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By Catholic Online (NEWS CONSORTIUM)

1/11/2013 (1 year ago)

Catholic Online (www.catholic.org)

'Funeral sacrifices' found buried in ancient citadel

A treasure trove of ancient artifacts has been uncovered in the Crimea, in Ukraine. More than 200 coins, mostly bronze, and were uncovered along with "various items of gold, silver and bronze jewelry and glass vessels" inside an ancient fortress within the Artezian settlement. Archaeologists say that the finds points out to an especially brutal chapter in the Roman Empire of 2,000 years ago, and that these finds were "funeral sacrifices" made by people that they were about to be killed by the invading armies.

A treasure trove of ancient artifacts has been uncovered in the Crimea, in Ukraine. More than 200 coins, mostly bronze, and were uncovered along with 'various items of gold, silver and bronze jewelry and glass vessels.'

A treasure trove of ancient artifacts has been uncovered in the Crimea, in Ukraine. More than 200 coins, mostly bronze, and were uncovered along with "various items of gold, silver and bronze jewelry and glass vessels."

Highlights

By Catholic Online (NEWS CONSORTIUM)

Catholic Online (www.catholic.org)

1/11/2013 (1 year ago)

Published in Asia Pacific

Keywords: Crimea, Ukrain, Roman Empire, treasure trove, Cotys 1


LOS ANGELES, CA (Catholic Online) - Artezian, which covered an area of more than three acres featured a cemetery, was part of the Bosporus Kingdom. The kingdom's fate at that time was torn between two brothers: Mithridates VIII, who sought independence from Rome and his younger brother, Cotys I, who was in favor of keeping the kingdom a client state of the growing empire.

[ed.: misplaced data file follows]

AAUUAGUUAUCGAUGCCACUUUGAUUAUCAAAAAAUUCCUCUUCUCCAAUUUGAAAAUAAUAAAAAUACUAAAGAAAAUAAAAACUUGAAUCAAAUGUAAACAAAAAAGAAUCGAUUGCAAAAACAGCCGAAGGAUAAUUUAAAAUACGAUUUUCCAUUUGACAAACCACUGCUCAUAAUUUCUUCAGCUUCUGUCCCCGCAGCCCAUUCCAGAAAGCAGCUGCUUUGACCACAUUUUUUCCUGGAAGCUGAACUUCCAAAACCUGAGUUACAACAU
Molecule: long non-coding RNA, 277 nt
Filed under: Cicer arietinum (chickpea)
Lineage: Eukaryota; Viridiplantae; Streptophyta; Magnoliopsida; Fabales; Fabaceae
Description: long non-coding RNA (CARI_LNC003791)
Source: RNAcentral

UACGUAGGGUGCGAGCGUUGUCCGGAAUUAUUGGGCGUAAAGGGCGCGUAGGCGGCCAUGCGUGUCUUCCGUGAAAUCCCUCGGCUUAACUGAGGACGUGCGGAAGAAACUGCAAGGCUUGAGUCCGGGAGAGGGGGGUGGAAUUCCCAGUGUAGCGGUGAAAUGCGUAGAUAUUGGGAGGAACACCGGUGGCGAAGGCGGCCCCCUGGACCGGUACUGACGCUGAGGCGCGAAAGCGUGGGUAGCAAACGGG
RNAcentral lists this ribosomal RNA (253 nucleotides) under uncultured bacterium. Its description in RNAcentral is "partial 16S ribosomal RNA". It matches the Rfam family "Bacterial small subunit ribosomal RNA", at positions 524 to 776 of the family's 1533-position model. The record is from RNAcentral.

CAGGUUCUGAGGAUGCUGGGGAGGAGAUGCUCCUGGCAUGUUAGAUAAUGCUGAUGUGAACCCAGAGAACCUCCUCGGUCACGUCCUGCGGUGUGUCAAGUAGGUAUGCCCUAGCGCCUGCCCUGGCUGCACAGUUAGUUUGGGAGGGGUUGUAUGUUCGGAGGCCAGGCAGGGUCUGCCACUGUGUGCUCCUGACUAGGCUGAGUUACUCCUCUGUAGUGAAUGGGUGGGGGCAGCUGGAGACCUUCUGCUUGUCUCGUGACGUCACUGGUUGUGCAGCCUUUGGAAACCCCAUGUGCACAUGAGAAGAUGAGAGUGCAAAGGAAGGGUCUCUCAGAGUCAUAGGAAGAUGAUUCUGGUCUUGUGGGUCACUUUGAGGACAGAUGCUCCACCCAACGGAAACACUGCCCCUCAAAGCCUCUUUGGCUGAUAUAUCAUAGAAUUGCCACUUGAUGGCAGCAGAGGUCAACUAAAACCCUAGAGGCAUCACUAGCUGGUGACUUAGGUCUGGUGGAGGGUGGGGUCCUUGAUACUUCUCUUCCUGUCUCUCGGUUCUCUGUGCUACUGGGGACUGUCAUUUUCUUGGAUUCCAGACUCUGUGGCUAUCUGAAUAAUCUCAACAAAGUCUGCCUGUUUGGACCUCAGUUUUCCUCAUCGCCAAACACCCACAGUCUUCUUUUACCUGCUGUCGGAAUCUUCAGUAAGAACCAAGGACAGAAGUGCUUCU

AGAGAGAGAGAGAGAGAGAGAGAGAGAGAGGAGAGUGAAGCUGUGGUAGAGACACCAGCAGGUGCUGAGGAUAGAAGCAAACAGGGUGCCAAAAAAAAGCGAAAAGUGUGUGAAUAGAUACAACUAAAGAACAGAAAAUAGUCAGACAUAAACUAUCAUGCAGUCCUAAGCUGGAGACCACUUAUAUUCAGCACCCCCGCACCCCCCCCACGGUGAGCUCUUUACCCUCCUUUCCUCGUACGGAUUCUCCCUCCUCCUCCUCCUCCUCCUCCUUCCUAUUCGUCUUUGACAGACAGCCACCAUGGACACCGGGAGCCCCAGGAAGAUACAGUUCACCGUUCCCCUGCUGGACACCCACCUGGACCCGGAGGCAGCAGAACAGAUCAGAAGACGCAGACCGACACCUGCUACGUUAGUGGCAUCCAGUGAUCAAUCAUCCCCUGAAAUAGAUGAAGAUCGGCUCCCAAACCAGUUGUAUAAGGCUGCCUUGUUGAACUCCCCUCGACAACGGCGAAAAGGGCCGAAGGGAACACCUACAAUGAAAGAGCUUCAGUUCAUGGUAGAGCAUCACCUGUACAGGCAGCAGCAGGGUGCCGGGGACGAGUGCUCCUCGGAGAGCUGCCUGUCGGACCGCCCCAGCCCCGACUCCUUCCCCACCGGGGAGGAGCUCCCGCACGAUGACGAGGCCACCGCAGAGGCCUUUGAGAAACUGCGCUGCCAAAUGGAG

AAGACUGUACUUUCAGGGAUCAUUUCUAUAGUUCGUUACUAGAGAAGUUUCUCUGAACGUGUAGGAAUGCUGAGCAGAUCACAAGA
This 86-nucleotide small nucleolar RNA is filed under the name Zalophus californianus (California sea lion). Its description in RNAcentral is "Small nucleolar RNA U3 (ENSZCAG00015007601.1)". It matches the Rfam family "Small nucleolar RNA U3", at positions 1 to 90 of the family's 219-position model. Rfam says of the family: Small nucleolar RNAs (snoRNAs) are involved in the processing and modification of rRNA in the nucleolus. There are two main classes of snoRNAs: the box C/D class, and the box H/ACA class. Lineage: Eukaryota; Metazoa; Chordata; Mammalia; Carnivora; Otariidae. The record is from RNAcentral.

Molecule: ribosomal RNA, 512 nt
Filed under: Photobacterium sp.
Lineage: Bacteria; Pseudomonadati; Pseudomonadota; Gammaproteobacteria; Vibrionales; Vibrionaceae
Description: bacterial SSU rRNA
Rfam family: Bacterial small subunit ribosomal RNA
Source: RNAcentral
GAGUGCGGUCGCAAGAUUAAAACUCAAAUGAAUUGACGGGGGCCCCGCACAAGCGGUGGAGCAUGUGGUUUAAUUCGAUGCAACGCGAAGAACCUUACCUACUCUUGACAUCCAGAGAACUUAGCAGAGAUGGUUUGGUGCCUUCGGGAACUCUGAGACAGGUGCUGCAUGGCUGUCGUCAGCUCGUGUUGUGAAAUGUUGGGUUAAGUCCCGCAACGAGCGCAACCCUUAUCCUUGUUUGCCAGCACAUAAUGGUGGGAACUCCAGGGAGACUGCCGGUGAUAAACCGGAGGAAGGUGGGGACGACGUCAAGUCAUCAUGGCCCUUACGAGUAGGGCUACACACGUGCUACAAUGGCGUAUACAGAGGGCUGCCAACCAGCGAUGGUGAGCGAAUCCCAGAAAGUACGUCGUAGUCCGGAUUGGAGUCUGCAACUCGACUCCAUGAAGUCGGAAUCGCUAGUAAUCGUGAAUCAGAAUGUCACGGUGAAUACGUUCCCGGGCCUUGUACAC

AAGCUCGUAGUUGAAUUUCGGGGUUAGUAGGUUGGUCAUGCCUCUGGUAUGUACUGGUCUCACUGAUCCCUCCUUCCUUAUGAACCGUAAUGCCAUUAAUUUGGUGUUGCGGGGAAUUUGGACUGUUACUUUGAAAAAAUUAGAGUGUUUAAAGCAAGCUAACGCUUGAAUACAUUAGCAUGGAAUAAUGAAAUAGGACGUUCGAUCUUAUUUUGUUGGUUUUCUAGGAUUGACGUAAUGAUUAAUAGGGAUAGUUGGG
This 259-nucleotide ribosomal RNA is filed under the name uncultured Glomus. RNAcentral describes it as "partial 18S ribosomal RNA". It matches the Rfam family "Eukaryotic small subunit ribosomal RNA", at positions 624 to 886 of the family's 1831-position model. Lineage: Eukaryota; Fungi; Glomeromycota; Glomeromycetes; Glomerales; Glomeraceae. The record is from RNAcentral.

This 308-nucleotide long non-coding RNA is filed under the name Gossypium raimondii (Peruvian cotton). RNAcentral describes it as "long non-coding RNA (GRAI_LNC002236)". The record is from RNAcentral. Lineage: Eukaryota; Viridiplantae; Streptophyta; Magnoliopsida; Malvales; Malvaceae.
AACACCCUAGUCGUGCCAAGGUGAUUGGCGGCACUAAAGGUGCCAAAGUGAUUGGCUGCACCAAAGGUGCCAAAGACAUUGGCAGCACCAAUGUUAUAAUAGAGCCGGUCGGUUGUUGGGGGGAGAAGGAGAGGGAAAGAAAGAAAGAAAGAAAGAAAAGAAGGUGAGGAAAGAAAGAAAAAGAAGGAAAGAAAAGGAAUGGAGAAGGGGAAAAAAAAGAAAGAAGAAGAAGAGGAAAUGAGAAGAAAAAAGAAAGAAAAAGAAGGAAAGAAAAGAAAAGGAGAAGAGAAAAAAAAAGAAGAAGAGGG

Rome sent an army to support Cotys, establishing him in the Bosporan capital. Armies pillaged and set fire to settlements controlled by Mithridates, including Artezian.

In reconstructing the probable cause for the recently discovered treasure trove, the people huddled in the fortress for protection as the Romans attacked, knowing they were doomed.

"The fortress had been besieged. Wealthy people from the settlement and the neighborhood had tried to hide there from the Romans. They had buried their hoards inside the citadel," Nikolaļ Vinokurov, a professor at Moscow State Pedagogical University, explained.

"We can say that these hoards were funeral sacrifices," Vinokurov wrote in an email. "It was obvious for the people that they were going to die shortly," he wrote in an email. The siege and fall of the fortress occurred in AD 45.

Curiously, each hoard included exactly 55 coins minted by Mithridates VIII. "This is possibly just a simple coincidence, or perhaps these were equal sums received by the owners of these caskets from the supporters of Mithridates," the team wrote in its paper.

Vinokurov's team has been exploring Artezian since 1989. Scholars have found that the people of the settlement followed a culture that was distinctly Greek.

The population's ethnicity was mixed, Vinokurov wrote, "but their culture was pure Greek. They spoke Greek language, had Greek school; the architecture and fortification were Greek as well. They were Hellenes by culture but not that pure by blood."

Greeks had been known to intermarry with the Crimeans. The customs and art forms they introduced appear to have persisted through the ages despite being practiced nearly 600 miles from Greece itself.

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